Vehicle crashes account for more than half of all New
Zealand foetal deaths caused by maternal injury, new University
of Otago research shows.
Of the 41 foetal and newborn deaths because of maternal
injury between 1997 and 2008, 21 involved motor vehicle
collisions, the research found.
Maori were at greater risk, accounting for 27% of foetal
deaths because of maternal crash injury, despite making up
15% of the population.
Injury prevention research unit director Prof Hank Weiss said
Maori women had higher birth rates at younger ages, when they
were at greater risk of being in a crash, which might account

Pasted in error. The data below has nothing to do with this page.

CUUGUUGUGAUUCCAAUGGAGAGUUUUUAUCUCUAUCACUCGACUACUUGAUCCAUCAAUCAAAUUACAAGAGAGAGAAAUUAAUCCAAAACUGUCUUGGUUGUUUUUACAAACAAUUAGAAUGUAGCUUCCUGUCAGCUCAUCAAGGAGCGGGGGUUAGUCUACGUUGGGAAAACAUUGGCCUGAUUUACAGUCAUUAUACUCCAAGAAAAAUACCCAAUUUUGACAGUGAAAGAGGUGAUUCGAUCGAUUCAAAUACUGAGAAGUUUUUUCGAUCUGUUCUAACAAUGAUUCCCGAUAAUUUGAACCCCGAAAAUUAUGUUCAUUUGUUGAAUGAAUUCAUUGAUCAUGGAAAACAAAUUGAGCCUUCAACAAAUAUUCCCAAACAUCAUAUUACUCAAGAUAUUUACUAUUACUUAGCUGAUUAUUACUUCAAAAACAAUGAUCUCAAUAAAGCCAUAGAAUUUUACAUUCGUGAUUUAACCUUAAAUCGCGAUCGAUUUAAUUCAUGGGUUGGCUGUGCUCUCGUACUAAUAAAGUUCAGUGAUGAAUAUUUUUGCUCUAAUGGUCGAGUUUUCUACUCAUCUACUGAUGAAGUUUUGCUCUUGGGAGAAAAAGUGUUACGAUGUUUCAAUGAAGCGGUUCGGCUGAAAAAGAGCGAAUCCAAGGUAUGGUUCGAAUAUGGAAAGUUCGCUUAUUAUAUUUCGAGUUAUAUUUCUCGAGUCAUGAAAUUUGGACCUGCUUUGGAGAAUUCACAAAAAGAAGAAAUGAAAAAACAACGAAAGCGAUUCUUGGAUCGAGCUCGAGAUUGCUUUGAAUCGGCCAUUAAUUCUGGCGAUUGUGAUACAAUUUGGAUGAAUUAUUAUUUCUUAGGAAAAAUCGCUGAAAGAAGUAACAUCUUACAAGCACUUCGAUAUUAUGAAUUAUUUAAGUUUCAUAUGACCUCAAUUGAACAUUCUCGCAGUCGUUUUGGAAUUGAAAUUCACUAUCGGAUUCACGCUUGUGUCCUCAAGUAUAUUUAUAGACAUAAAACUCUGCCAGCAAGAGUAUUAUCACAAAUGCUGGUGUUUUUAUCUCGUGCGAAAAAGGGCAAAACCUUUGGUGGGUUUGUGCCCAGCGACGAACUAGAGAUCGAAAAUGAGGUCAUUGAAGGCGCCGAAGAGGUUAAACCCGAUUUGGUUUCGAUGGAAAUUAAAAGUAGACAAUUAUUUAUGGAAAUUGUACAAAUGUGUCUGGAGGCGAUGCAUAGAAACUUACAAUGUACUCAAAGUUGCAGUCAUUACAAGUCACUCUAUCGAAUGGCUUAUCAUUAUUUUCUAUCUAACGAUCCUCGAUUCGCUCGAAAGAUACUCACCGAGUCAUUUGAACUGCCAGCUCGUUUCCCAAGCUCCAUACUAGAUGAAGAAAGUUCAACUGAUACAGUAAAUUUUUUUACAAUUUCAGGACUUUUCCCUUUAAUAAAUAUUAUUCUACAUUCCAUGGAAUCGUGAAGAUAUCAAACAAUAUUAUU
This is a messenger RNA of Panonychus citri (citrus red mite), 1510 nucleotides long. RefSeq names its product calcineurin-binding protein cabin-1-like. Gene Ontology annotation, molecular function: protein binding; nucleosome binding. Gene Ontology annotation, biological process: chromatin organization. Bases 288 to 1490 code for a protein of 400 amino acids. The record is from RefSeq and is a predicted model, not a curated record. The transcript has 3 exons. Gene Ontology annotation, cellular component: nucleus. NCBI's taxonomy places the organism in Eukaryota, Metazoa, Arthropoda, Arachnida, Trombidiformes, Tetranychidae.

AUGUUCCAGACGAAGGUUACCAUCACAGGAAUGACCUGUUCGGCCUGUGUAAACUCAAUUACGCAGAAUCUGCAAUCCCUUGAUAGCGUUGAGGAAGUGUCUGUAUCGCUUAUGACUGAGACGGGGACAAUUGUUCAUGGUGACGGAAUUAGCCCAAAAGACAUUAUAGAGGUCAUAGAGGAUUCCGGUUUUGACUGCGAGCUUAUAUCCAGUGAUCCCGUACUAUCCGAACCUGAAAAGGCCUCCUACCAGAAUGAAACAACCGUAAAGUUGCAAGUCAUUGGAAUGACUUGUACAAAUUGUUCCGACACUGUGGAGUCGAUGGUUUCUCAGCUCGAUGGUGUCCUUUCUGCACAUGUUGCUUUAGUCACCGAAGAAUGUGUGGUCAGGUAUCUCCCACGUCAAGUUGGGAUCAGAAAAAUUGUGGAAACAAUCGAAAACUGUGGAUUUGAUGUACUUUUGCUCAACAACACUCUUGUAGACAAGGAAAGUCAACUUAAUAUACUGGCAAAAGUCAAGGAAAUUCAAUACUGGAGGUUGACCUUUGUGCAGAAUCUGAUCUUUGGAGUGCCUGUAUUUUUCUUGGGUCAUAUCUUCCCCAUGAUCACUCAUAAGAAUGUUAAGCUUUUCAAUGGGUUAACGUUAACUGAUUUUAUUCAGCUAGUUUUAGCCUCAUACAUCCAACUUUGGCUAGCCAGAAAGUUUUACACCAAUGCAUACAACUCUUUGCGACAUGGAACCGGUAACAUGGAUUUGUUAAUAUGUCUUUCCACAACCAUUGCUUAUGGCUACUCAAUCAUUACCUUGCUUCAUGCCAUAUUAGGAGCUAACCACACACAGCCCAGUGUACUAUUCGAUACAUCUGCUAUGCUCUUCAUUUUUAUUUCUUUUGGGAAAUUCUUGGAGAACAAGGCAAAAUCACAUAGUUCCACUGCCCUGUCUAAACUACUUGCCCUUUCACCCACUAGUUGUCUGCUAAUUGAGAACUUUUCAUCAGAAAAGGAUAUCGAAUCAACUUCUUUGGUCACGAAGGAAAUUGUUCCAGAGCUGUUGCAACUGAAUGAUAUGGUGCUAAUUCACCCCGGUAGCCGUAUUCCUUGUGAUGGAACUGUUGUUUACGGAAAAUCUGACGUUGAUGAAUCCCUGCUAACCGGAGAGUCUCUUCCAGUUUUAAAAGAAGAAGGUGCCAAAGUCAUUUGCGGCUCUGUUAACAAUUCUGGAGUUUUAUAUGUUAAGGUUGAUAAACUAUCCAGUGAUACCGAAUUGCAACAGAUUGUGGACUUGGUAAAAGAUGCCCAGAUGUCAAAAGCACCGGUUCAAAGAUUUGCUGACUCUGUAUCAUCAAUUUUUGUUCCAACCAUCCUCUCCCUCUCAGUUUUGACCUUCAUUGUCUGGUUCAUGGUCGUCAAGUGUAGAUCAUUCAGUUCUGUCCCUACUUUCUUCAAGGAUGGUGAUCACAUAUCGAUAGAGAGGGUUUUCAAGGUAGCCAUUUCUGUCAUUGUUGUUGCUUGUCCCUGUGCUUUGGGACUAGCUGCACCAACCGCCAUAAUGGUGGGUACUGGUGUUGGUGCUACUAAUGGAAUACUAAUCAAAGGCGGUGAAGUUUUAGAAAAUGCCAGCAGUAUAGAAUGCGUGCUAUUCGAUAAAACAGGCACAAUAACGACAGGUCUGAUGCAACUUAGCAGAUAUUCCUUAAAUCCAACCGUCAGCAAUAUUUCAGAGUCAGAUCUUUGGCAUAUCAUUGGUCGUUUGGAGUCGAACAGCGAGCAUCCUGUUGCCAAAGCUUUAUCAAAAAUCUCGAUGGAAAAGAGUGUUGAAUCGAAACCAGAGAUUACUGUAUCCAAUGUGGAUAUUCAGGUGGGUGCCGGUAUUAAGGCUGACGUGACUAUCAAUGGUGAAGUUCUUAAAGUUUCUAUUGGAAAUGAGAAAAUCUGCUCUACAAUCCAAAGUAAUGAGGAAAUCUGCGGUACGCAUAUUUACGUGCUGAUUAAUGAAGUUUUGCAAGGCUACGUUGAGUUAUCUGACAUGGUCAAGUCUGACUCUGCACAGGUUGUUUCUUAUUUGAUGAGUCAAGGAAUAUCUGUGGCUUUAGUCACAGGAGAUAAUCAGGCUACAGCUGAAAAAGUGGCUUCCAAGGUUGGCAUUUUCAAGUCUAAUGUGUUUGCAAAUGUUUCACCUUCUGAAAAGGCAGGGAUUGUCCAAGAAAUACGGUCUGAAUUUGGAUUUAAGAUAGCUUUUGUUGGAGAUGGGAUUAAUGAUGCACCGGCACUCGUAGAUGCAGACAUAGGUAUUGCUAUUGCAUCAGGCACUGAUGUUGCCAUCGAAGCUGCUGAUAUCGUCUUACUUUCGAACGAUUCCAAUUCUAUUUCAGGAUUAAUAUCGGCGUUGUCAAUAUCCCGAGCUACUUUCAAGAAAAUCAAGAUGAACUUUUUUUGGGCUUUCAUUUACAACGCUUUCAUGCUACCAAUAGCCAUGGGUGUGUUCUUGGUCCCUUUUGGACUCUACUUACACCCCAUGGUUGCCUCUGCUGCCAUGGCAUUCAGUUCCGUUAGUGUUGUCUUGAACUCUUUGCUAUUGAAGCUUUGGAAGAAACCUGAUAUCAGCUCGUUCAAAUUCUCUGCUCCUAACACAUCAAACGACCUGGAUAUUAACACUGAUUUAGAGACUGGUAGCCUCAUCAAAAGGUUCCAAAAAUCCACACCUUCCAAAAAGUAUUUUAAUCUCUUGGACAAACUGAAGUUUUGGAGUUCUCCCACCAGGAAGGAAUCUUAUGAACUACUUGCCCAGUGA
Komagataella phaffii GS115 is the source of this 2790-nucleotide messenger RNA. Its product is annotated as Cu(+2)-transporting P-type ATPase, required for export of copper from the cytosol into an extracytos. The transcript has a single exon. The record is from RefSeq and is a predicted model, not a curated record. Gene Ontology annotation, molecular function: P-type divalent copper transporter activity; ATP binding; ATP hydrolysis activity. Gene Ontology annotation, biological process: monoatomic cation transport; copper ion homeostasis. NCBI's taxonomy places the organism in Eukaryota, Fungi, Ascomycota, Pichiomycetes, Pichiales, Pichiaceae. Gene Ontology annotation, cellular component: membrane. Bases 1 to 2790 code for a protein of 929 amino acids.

for the higher rate.
Foetal deaths because of vehicle accidents were largely
invisible, he said.
''The problem remains hidden, and under-reported, because of
the way foetal trauma is coded in vital statistics and the
lack of pregnancy status recorded in crash and injury
surveillance systems,'' he said.
The research is published in the journal Australian
New Zealand needs to pay more attention to reporting and
preventing such deaths, Prof Weiss' article concludes.
He recommends increased protection for vehicle occupants,
less driving and safer driving.
Ministry of Transport information shows from the early 1990s
to the mid-2000s the average annual distance driven per woman
for ages 15 to 39 increased about 40% to 7000km.